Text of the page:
python-libxslt1 - Python bindings for libxslt1
    python-libxslt1-dbg - Python bindings for libxslt1 (debug extension)
    python-lxml - pythonic binding for the libxml2 and libxslt libraries
    python-lxml-dbg - pythonic binding for the libxml2 and libxslt libraries (debug extension)
    python-lxml-doc - pythonic binding for the libxml2 and libxslt libraries (documentation)
    python3-lxml - pythonic binding for the libxml2 and libxslt libraries
    python3-lxml-dbg - pythonic binding for the libxml2 and libxslt libraries (debug extension)
    php5-xsl - XSL module for php5
    libsp-gxmlcpp-dev - S+P C++ wrapper for Gnome libxml2/libxslt
    libsp-gxmlcpp1 - S+P C++ wrapper for Gnome libxml2/libxslt
    swfmill - xml2swf and swf2xml processor
    libxslthl-java - XSLT syntax highlighting
    (and the same again for libxml2)

  2. And then upgrading those packages to testing.

    $ apt-get -t testing upgrade libxml2 libxslt1.1

1.4. OpenSuse 12

Publican has not been usable on OpenSuse up until release 12.1. Certain dependencies were missing and could not be found in any known OpenSuse repository. This is not the case with OpenSuse 12.1 as all dependencies can now be found and installed.

The following instructions describe installing Publican from source because, as yet, there is no Publican RPM for OpenSuse 12.1. The version of Publican is 2.9 taken directly from the source repository - previous versions have not been tested but may work.

At the time of writing, Publican 2.8 was the release version and work on 2.9 was still ongoing. For this reason the following instructions are subject to change.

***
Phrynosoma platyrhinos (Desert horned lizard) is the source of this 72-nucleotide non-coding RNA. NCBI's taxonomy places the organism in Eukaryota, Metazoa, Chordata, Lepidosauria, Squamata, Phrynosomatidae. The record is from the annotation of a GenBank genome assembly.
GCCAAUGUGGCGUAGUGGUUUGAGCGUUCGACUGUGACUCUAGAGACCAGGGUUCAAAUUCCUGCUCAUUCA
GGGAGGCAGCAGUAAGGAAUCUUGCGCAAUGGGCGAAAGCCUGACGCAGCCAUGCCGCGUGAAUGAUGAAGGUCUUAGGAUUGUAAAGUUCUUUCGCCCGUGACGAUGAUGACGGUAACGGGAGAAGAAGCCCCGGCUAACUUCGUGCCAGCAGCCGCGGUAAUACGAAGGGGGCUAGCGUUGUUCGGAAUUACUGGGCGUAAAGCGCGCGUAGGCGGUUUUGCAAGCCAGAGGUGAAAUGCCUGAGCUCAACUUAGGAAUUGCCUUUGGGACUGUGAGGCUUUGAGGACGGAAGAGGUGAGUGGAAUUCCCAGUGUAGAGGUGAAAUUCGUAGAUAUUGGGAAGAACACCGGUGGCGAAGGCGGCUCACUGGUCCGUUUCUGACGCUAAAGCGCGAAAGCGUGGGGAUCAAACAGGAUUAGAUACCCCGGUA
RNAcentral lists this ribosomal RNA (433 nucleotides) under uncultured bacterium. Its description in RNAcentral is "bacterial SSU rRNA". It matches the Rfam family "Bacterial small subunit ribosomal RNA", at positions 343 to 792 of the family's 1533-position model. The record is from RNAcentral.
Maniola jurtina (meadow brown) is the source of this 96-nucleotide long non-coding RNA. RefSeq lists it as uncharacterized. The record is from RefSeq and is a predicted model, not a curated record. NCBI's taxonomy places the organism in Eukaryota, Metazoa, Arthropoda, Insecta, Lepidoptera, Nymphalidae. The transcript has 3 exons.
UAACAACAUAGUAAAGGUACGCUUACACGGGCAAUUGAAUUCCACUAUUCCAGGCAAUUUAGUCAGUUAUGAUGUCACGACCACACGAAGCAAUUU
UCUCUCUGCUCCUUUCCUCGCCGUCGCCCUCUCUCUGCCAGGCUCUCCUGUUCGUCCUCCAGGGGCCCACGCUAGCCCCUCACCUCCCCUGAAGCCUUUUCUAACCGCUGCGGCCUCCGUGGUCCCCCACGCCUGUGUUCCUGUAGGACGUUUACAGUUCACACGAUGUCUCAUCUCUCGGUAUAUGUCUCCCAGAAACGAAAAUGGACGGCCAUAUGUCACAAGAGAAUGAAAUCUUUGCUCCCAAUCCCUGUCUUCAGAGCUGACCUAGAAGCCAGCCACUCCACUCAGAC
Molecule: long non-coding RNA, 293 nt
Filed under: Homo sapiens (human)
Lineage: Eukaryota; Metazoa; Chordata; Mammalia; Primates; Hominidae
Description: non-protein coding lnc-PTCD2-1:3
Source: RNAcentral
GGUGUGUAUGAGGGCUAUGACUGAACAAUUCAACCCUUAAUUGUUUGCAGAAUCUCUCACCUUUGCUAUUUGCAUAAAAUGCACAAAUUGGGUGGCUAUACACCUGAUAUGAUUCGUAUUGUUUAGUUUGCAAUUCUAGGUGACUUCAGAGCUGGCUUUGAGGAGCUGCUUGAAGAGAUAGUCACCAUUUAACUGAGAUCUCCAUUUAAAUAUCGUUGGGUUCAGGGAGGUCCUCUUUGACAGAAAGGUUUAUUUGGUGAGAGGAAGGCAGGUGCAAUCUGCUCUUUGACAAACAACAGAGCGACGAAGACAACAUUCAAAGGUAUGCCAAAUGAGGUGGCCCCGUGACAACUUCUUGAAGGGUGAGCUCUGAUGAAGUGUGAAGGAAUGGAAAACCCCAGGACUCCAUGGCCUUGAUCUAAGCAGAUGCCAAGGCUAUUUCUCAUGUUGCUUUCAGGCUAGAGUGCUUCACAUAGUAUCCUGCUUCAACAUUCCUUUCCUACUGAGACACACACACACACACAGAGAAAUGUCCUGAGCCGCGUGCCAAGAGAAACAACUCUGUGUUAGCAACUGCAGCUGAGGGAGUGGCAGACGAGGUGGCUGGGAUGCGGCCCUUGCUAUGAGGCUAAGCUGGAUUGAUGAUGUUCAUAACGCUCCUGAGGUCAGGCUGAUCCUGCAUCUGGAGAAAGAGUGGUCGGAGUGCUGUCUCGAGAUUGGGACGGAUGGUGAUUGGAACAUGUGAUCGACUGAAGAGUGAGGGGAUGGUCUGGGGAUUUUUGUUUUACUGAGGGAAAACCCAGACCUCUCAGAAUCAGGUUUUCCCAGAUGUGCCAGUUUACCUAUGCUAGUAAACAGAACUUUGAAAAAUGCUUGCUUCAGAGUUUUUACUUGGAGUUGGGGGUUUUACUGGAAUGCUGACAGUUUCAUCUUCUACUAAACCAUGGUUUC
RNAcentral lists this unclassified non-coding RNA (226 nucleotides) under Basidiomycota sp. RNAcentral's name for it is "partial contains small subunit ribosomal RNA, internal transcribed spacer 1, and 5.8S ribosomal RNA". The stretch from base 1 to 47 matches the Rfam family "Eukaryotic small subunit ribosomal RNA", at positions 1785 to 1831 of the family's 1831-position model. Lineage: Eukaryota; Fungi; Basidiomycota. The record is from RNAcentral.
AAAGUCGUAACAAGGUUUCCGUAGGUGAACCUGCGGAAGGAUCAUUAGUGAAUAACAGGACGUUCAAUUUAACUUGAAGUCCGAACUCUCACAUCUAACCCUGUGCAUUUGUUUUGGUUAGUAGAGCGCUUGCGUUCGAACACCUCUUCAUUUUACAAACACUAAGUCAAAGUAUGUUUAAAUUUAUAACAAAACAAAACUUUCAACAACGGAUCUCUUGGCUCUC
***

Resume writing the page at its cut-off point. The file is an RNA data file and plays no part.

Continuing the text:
The OpenSuse install was a default one with the following software categories added at install time:

  • Technical Writing - for the Docbook tools etc.

  • Perl Development

  • Web and LAMP Server

The system used had KDE installed which shouldn't make a difference. The following KDE specific categories were also installed:

  • KDE Development

  • Desktop Effects

Finally, the entire Games category was removed.

After OpenSuse had completed installing, and all current updates had been applied, the following steps were followed to install Publican.

  1. Open a terminal session.

  2. Install the dependencies that are available from various online repositories - many of these are not present in the installation DVD repository.

    $ sudo zypper install perl-Config-Simple perl-DateTime \ perl-DateTime-Format-DateParse perl-DBD-SQLite perl-DBI \ perl-File-Find-Rule perl-File-Which perl-HTML-Format \ perl-Locale-MakeText-Gettext perl-Template-Toolkit \ perl-Test-Deep perl-Test-Pod perl-XML-LibXSLT \ perl-YAML liberation-fonts

    Liberation-fonts is most likely already installed, but it is required. Zypper will not reinstall it if it is already present.

  3. Use cpan to install the remaining dependencies which cannot be installed by zypper:

    $ sudo sh cpan File::pushd File::Copy::Recursive Locale::PO pp \ Syntax::Highlight::Engine::Kate XML::TreeBuilder exit 
  4. Download the source code:

    $ cd ~ mkdir -p SourceCode/publican cd SourceCode/publican svn checkout ./ 
  5. Build the Publican build script:

    $ perl Build.PL 

    If all the dependencies are installed, you should see the following:

    WARNING: the following files are missing in your kit:
     Please inform the author.
    Created MYMETA.yml and MYMETA.json
    Creating new 'Build' script for 'Publican' version '2.9'

    If not, then use cpan (as root) to install the missing modules and run the build again. Replace any forward slashes '/' by a double colon '::' and make sure you use exactly the same letter case, for example: If File/ is reported as missing, you would use this to install it:

    $ sudo sh cpan File::pushd exit 

    Assuming all went well, the Build.PL script will have created a new script named Build which we will use to create, test and install Publican 2.9.

    $ ./Build 

    There will be lots of text scrolling up the screen for a few minutes, you should eventually see the following:

    DEBUG: Publican::Builder: end of build
  6. Test the build:

    $ ./Build test 

    Again, lots of scrolling text at the end of which you may see the following:

    Test Summary Report
    t/910.publican.Users_Guide.t (Wstat: 256 Tests: 5 Failed: 1)
     Failed test: 5
     Non-zero exit status: 1
    t/pod-coverage.t (Wstat: 256 Tests: 9 Failed: 1)
     Failed test: 7
     Non-zero exit status: 1
    Files=10, Tests=68, 420 wallclock secs ( 0.31 usr 0.17 sys + 246.87 cusr 18.73 csys = 266.08 CPU)